What do Millennials Want? Maybe the Same as You and Me!

board development and revitalization inquiry and transparency intentional practices mission. vision. values Dec 12, 2022
What do Millennials Want?


There has been considerable research, review and re-examination of the differences between millennials and other age groups (especially boomers), in what they are looking for in the workplace. But there has been little examination of their needs, interests, and motivation, for volunteering for your board. I suspect that there may be considerable overlap.


In follow-up to our recent free training webinars on board recruitment and revitalization, let’s examine how the motivation of millennials might be incorporated into your board recruitment efforts.


First off, millennials are not kids, except as compared to the typical not-for-profit board member!


Millennials are classified as people born between 1981 and 1996 (now aged 26-42), the first digitally native generation to enter the workplace. By 2025, it’s expected that 75% of the global workforce will be classed as millennials.


So, to help, here are a few research-backed truths about millennials and what they really want from their work, adjusted for not-for-profit board volunteer work.


A Culture Fit


What is your board culture?
How do you know?
Have you ever had the conversation?


Millennials want a culture fit, as well as a general sense of belonging – don’t we all? Is your culture creative and inclusive or authoritarian and rules-based?

What is your process for discussion and decision-making?


Aligned personal and organizational values


We have introduced a critical element to board recruitment, and that is the alignment of your vision, mission, and values with those of a prospective board member. Millennials want your organizational values to align with their own beliefs, but surely every board member should review your values to ensure that they resonate and reflect their own.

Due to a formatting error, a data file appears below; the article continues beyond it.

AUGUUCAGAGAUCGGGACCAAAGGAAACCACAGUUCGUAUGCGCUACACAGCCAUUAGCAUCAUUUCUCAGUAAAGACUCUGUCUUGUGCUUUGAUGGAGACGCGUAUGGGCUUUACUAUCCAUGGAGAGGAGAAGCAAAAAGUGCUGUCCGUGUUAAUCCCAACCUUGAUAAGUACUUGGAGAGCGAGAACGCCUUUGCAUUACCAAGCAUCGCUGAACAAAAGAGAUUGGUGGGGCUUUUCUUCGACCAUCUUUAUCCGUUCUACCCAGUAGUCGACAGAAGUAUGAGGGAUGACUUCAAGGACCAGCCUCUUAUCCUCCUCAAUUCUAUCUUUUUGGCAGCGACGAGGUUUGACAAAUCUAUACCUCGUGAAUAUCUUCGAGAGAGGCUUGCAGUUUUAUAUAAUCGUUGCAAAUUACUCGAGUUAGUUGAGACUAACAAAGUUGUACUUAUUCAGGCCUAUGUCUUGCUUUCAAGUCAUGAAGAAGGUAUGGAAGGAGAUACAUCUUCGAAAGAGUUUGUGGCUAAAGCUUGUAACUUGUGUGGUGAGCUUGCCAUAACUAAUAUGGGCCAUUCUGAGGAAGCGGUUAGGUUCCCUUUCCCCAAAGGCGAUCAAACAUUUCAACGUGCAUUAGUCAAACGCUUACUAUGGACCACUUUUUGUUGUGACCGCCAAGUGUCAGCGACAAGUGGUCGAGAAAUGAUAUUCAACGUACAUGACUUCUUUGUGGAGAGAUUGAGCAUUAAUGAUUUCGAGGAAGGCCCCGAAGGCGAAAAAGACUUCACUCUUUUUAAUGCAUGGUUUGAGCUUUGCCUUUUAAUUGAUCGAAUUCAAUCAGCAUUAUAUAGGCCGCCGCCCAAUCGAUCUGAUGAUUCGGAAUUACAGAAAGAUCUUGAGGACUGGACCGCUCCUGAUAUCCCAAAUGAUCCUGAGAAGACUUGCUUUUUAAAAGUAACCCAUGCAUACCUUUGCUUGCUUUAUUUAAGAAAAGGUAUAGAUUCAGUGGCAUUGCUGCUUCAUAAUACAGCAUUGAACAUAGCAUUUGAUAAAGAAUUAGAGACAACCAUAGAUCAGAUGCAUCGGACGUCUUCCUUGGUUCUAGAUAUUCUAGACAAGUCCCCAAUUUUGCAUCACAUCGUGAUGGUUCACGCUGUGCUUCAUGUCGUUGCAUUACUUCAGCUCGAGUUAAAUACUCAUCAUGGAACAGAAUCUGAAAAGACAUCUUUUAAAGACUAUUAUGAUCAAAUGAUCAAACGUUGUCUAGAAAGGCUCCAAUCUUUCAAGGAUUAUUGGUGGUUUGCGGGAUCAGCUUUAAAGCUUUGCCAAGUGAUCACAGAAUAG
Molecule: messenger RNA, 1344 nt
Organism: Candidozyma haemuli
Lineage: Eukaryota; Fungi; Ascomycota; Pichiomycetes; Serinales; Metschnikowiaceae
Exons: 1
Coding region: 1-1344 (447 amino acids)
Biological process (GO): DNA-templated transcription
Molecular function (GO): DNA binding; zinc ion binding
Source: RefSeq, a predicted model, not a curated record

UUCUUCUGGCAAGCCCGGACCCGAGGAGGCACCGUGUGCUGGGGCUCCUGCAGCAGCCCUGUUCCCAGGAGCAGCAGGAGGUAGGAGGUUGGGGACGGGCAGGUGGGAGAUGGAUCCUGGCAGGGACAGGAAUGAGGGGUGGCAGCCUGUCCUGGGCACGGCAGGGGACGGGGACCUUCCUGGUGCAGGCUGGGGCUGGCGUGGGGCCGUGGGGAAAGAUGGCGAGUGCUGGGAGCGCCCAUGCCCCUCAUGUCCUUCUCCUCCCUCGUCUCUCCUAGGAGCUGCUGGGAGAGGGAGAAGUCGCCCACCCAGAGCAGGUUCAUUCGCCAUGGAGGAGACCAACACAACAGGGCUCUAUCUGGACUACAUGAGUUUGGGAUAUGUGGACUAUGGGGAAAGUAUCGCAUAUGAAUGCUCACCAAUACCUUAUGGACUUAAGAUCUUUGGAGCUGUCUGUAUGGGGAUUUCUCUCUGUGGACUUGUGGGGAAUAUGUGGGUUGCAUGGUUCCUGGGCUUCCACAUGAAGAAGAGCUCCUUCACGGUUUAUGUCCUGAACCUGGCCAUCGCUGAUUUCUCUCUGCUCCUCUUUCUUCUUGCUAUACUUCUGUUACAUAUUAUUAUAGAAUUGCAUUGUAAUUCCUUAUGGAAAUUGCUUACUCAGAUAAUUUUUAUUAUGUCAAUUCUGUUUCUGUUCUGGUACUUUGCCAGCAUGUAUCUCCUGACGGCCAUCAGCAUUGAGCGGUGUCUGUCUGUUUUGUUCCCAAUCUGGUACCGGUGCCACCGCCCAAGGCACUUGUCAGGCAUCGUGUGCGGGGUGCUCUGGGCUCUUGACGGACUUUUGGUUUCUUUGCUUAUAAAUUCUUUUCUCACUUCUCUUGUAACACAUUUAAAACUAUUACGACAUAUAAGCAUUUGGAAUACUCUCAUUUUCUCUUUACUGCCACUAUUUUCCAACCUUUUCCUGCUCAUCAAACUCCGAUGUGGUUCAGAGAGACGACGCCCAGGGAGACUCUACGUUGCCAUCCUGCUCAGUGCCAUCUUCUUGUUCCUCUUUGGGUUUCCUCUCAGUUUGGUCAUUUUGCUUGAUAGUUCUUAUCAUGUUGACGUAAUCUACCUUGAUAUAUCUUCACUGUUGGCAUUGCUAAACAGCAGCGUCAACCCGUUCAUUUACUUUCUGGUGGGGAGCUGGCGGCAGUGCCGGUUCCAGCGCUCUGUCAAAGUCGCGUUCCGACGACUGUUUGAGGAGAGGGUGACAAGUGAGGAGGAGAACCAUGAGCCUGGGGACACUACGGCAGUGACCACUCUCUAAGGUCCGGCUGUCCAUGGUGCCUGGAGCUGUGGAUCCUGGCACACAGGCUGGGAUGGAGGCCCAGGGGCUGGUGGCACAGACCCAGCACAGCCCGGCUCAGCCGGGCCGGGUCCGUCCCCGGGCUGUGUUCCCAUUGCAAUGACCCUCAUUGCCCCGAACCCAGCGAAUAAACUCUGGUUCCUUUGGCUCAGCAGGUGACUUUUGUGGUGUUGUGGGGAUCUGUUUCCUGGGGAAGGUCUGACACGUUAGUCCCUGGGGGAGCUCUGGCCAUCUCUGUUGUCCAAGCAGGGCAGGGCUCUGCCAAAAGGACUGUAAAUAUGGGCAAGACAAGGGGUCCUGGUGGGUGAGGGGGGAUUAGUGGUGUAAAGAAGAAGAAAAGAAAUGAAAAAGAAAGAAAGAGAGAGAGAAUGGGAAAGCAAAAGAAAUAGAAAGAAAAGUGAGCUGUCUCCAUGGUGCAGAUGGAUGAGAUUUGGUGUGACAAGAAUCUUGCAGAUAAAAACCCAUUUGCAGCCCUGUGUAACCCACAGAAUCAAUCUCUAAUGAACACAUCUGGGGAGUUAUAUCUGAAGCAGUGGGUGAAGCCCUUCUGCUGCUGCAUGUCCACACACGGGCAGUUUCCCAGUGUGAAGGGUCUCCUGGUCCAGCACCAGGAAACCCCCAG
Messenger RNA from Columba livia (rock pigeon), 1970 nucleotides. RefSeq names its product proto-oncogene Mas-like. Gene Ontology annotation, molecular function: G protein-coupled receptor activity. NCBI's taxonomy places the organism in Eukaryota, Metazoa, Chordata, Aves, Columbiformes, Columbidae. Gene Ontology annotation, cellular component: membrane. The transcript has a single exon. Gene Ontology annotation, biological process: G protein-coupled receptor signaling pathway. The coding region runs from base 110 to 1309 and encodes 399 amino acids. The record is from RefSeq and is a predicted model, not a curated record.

Do your vision and mission reflect the candidate’s values?


Of course, you also need to “walk the talk”, to live your values and have a laser focus on accomplishing your mission.


Timely and Regular Recognition


Millennials want recognition. No doubt we all need to be appreciated for our contributions, but we may not state it so specifically.


Their preferred form of recognition is peer-to-peer, whilst the least preferred way to be recognized is in private.


There is sufficient study to show that annual board reviews and self-assessments are not as common as they should be and self- and peer-assessments decidedly uncommon. You may need to review this reluctance. And what you do with the results.


Board members should be reviewed for their performance just as your staff should be – surely it is no less important -- and high performers recognized for their work.


Share this article with your friends and colleagues!



Ability to Learn and Rise Through the Ranks